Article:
Four Lessons Learned From The Inspiring Story Of Interface

By Kent Gregoire

The relentless pursuit of profit under traditional capitalism has resulted in devastating damage to society and the planet as a whole. As such, many are left wondering whether the system can provide a viable solution to the very problems it created. Yet, in recent years, an alternative model of capitalism has emerged to offer hope. Unlike traditional capitalism, which prioritizes profit for shareholders above all else, stakeholder capitalism seeks to optimize value for everyone affected by a business. This approach has gained momentum as of late, with companies around the world wanting to go beyond harm reduction to benefit creation.

However, the story of Interface, a global leader in sustainability that helped ignite the movement toward stakeholder capitalism, remains largely and tragically unknown. The company, once a billion-dollar carpet tile manufacturer with little regard for its environmental impact, underwent a massive transformation under the visionary leadership of its founder Ray Anderson starting in 1994.

Anderson had an epiphany while reading Paul Hawken’s “The Ecology of Commerce,” which argued that business could either lead to ecological destruction or restorative change. Immediately, something clicked: with its global reach and unmanaged carbon footprint, Interface was in a unique position to enact real change. As such, Anderson challenged his team to pursue a bold new vision: “Be the first company that, by its deeds, shows the entire world what sustainability is in all its dimensions: people, process, product, place and profits — and in doing so, become restorative through the power of influence.”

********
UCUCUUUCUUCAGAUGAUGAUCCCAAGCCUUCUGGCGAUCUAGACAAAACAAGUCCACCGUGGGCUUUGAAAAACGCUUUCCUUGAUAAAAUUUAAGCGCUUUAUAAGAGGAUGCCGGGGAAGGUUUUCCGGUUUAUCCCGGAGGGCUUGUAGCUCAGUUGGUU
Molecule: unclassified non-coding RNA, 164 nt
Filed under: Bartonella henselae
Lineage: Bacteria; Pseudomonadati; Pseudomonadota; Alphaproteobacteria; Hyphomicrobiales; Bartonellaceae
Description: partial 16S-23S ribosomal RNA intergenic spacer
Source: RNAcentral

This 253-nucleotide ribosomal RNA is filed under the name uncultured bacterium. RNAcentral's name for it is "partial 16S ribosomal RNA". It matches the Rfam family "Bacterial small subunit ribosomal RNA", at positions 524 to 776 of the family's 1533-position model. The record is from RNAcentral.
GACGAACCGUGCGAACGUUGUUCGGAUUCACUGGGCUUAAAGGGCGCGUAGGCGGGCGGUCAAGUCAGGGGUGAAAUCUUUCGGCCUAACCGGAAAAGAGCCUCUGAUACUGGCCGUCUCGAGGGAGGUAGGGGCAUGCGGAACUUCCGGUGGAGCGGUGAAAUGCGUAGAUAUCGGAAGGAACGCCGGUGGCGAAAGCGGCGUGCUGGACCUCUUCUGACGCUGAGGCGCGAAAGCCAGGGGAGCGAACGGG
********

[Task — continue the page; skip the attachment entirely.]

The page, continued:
Calling his project “Mission Zero,” Anderson set ambitious goals for Interface: zero waste, zero impact and zero environmental footprint by the year 2020. But, it took some convincing to bring his team fully into the fold — they questioned how sustainability could possibly apply to an industrial company like Interface. Anderson’s ability to communicate the company’s new purpose was key to its transformation, as he quickly inspired his employees to become part of the shift. Sustainability became a core value of Interface, not just a side initiative, and the planet became one of its most valued stakeholders.

Fast forward to today, on the heels of Interface’s 50th birthday, where the company has dramatically reduced its carbon emissions — so much so that it has become a Carbon Neutral Enterprise. Since Ray’s passing in 2011, Interface continues to inspire and even train other business leaders to find their way beyond zero to positive impact. Sustainability is so intertwined in the company’s culture that it hasn’t changed course since Ray’s initial epiphany. Interface continues to offer an inspirational roadmap for how companies can play a leading role in redefining the role of capitalism in today’s world.

If you find yourself inspired by Interface’s journey and want to follow in Anderson’s footsteps, start with these tips: